WASHINGTON (Reuters) – U.S. home sales dropped by the most in nearly 4-1/2 years in March as extraordinary measures to control the spread of the novel coronavirus brought buyer traffic to a virtual standstill, supporting analysts’ views that the economy contracted sharply in the first quarter.
FILE PHOTO: Real estate signs advertise new homes for sale in multiple new developments in York County, South Carolina, U.S., February 29, 2020. REUTERS/Lucas Jackson
The slump in home resales reported by the National Association of Realtors (NAR) on Tuesday added to a pile of dismal March reports in illustrating the economic havoc from the coronavirus outbreak, which has thrown millions out of work. Economists believe the economy contracted at its sharpest pace since World War Two in the first quarter. Unemployment in April likely shot above 10%, according to economists’ forecasts.
“The virus could have prevented some transactions from being completed late in the month,” said Daniel Silver, an economist at JPMorgan in New York. “Given a range of indicators showing that activity in the housing market fell as the virus spread intensified, we think the existing home sales data likely will deteriorate further in upcoming reports.”
Existing home sales tumbled 8.5% to a seasonally adjusted annual rate of 5.27 million units last month. The percentage decline was the largest since November 2015.
The data reflected contracts signed in January and February, before measures to curb the spread of the virus paralyzed the economy. The NAR said it expected a steeper decline in sales in April and in the few months thereafter, derailing the normally busy spring selling season.
Economists polled by Reuters had forecast existing home sales would tumble 8.1% to a rate of 5.30 million units in March.
Existing home sales, which make up about 90% of U.S. home sales, rose 0.8% on a year-on-year basis in March.
States and local governments have issued “stay-at-home” or “shelter-in-place” orders affecting more than 90% of Americans to control the spread of COVID-19, the potentially lethal respiratory illness caused by the virus, and abruptly halting economic activity. At least 22 million people have filed for unemployment benefits since March 21.
The housing market was back on the recovery path, thanks to low mortgage rates, before the lockdown measures. It had hit a soft patch starting in the first quarter of 2018 through the second quarter of 2019.
While extraordinary steps by the Federal Reserve to cushion the economy’s free fall, including aggressively cutting interest rates to near zero, will keep mortgage rates low, that is unlikely to boost the housing market because of record unemployment and faltering consumer confidence.
U.S. stocks were trading lower following a historic crash in U.S. crude prices to below zero on Monday and gloomy quarterly forecasts from some companies. The dollar .DXY rose slightly against a basket of currencies, while U.S. Treasury prices were mostly trading higher.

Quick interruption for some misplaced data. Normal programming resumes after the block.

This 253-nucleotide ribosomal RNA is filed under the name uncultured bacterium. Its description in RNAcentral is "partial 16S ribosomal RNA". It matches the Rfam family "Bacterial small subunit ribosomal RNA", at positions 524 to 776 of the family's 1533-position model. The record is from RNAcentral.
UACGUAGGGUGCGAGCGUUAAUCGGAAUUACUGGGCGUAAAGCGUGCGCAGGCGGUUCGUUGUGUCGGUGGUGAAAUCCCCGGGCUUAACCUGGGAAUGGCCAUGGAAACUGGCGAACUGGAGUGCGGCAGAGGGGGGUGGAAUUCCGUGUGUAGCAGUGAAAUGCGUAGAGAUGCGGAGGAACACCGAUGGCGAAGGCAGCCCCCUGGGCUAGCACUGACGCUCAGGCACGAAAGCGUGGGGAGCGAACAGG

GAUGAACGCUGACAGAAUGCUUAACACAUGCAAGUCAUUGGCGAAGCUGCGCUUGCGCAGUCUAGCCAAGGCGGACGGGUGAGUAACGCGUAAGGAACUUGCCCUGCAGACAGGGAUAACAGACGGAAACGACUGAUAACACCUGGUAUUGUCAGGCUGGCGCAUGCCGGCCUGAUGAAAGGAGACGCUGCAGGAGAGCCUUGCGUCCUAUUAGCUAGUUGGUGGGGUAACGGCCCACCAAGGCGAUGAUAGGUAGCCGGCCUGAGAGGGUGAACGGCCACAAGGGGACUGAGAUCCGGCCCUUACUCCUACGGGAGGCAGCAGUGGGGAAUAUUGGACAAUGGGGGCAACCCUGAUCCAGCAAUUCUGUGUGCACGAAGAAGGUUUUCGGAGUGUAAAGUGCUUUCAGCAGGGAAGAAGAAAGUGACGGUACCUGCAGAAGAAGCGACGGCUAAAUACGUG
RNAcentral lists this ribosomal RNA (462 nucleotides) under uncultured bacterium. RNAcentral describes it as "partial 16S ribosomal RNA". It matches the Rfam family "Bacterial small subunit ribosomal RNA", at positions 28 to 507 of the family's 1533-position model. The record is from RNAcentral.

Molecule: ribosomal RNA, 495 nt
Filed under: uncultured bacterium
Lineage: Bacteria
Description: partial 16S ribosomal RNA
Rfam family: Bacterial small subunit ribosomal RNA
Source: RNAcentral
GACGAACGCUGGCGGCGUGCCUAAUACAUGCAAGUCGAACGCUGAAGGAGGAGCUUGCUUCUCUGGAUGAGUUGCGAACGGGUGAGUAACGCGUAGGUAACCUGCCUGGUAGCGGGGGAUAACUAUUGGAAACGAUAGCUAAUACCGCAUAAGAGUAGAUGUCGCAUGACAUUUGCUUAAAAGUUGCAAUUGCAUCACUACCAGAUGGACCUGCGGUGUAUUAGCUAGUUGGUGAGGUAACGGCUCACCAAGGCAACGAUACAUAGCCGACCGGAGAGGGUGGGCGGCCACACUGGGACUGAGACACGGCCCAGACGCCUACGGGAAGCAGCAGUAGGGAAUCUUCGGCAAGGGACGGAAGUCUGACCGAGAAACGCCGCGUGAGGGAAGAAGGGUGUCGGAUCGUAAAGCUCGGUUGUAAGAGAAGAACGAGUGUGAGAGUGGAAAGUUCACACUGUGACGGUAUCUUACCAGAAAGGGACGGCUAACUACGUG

Economists say the economy slipped into recession in March.
The National Bureau of Economic Research, the private research institute regarded as the arbiter of U.S. recessions, does not define a recession as two consecutive quarters of decline in real GDP, as is the rule of thumb in many countries. Instead, it looks for a drop in activity, spread across the economy and lasting more than a few months.
Retail sales suffered a record drop in March and output at factories declined by the most since 1946. Homebuilding crumbled in March at a speed not seen in 36 years. The government will publish its snapshot for first-quarter gross domestic product next Wednesday.
Home sales last month dropped 7.1% in the Midwest, 9.1% in the populous South and 13.6% in the West, which is the most expensive region. They fell 3.1% in the Northeast. There were 1.50 million previously owned homes on the market in March, the lowest on record and down 10.2% from a year ago. The median existing house price increased 8.0% from a year ago to $280,600 in March. The NAR said there was no indication the house price inflation would slow given tight inventory.
But with the coronavirus shattering the economy and likely to leave millions permanently out of work, economists expect demand for housing to remain depressed this year, which is seen undercutting house price growth.
“It’s early yet, but it is a recession and in a recession, home prices drop as jobless homeowners who can’t pay their mortgages are forced to sell,” said Chris Rupkey, chief economist at MUFG in New York.
At March’s sales pace, it would take 3.4 months to exhaust the current inventory, down from 3.8 months a year ago. A six-to-seven-month supply is viewed as a healthy balance between supply and demand.
Last month, houses for sale typically stayed on the market for 29 days, down from 36 days in February and 36 days a year ago. Fifty-two percent of homes sold in March were on the market for less than a month. First-time buyers accounted for 34% of sales last month, 32% in February and 33% a year ago.
Reporting by Lucia Mutikani; Editing by Andrea Ricci and Paul Simao